The path forward

Dec. 16, 2014
Making the case for a fuel tax increase

We don’t need tolls. What we need is a comprehensive means to maintain our roads and bridges from the collected monies in the Highway Trust Fund (HTF).  As vehicles are getting better fuel mileage, the revenue to states to maintain and build roads and bridges has significantly decreased. Without more revenue going into the HTF, the worse road conditions will become.

The last time fuel taxes were increased was in 1993. Fuel mileage for cars was averaging around 22 mpg and for semi-trucks between 4.5 and 5.5 mpg. In 2013, the mpg average for the same vehicles was 30 mpg and 6 to 8 mpg, respectively, which in and of itself has reduced the fuel tax revenue to states and the federal government.

We need to build the Highway Trust Fund to the level at which it needs to be. So from my calculations, the federal fuel tax must be increased 10¢ per gallon and then raised a penny per gallon every two years as fuel mileage improves.

A recent report from Moody’s Analytics, an economic analysis and forecasting firm, said investing in infrastructure, repair and expansion is more effective, dollar for dollar, at boosting job growth than many forms of tax cuts. In fact, according to Moody’s, making the Bush tax cuts permanent would reduce every dollar of our gross domestic product revenue by 29¢. Infrastructure spending, on the other hand, would add $1.59 for every dollar spent.

Former Secretary of  Transportation Ray LaHood is now co-chairman of Building America’s Future, a bipartisan infrastructure advocacy group. In October, LaHood spoke before the media at the Caterpillar Demonstration & Learning Center in Edwards, IL. He gave reasons why the fuel tax needs to be increased and why Congress needs to pass a comprehensive highway bill.  “It should be a six-year bill, and it should include raising the fuel tax by 10¢ a gallon,” he said. “That hike could be put in over several years.  But most importantly, the bill should index the fuel tax to inflation.”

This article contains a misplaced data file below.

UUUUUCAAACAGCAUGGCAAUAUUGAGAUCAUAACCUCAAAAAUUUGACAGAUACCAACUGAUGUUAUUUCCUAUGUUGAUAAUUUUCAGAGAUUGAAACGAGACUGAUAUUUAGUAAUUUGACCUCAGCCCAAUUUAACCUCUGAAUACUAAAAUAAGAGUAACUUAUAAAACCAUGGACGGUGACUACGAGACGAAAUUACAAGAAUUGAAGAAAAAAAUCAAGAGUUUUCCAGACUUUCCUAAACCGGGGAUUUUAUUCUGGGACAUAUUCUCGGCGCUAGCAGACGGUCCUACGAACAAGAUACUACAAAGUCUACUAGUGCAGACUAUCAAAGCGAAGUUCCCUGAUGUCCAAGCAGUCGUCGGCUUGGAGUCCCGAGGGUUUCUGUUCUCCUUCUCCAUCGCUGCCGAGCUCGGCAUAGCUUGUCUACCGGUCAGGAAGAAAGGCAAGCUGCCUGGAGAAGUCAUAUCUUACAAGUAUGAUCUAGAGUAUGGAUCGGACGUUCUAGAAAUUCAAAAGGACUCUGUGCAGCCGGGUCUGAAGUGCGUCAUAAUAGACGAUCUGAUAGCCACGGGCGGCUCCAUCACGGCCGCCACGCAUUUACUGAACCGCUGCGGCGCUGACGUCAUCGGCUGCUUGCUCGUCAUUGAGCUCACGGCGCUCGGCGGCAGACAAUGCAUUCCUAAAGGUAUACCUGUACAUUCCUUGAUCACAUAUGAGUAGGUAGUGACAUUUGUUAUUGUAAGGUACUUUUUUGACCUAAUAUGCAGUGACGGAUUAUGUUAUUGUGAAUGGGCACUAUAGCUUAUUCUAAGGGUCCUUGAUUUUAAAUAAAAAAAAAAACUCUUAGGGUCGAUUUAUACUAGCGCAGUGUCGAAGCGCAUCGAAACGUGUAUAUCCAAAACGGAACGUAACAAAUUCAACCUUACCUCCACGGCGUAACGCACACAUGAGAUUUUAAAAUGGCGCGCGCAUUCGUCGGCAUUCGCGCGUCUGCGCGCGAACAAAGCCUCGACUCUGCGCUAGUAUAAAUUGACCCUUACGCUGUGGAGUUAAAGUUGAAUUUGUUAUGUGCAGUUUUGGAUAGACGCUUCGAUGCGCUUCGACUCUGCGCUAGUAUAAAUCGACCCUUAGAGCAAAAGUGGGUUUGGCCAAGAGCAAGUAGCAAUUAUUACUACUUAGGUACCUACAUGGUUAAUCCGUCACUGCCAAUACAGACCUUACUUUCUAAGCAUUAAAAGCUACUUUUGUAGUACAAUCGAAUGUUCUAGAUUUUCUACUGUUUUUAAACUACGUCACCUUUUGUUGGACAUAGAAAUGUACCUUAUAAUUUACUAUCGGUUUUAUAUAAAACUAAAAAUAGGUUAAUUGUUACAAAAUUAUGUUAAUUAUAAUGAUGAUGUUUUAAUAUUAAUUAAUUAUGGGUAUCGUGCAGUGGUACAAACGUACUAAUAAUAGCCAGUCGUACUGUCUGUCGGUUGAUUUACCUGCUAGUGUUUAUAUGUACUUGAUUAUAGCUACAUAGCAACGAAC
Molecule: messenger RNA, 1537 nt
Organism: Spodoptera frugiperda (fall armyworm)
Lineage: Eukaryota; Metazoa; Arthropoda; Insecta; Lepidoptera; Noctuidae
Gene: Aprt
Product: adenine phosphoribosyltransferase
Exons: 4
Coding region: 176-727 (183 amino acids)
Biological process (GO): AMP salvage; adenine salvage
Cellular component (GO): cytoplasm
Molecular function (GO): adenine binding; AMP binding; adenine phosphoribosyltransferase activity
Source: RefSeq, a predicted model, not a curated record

Sadly, LaHood indicated that with the current gridlock in Washington, not much is likely to occur over the next two years, while both parties are focused on winning the presidency in 2016.

But investing in our infrastructure still produces benefits. The result of rebuilding and adding roads and bridges does one thing tax cuts can’t do: It increases the number of consumers with income to spend on products and services provided by other businesses. And the more consumers we have purchasing goods and services, the more people have to be hired by a business to cover the needs of those consumers.

Added to this, more people working means more people paying taxes and fewer people on public assistance, thereby reducing government expenditures. Taxes could then be lowered to compensate.

Yet another benefit is that more trucks and truckers will be needed to haul the freight that will fill the shopping baskets of those consumers.

A win-win situation for everyone.

Contact Tim Brady at 731-749-8567 or at

About the Author

Timothy Brady

Timothy Brady is an author, columnist, speaker and business coach who provides information, training and educational presentations for small to large trucking companies, logistics organizations and community groups. He’s the business editor for American Trucker Magazine, the “Answer Guy” for trucking education website, an author and business editor for Write Up The Road Publishing & Media and freelance journalist. An expert in crafting solutions to industry challenges after 25 years in trucking, Brady’s held positions from company driver to owner-operator to small trucking business owner. Along with sales and business management, he has a well-rounded wealth of experience and knowledge.

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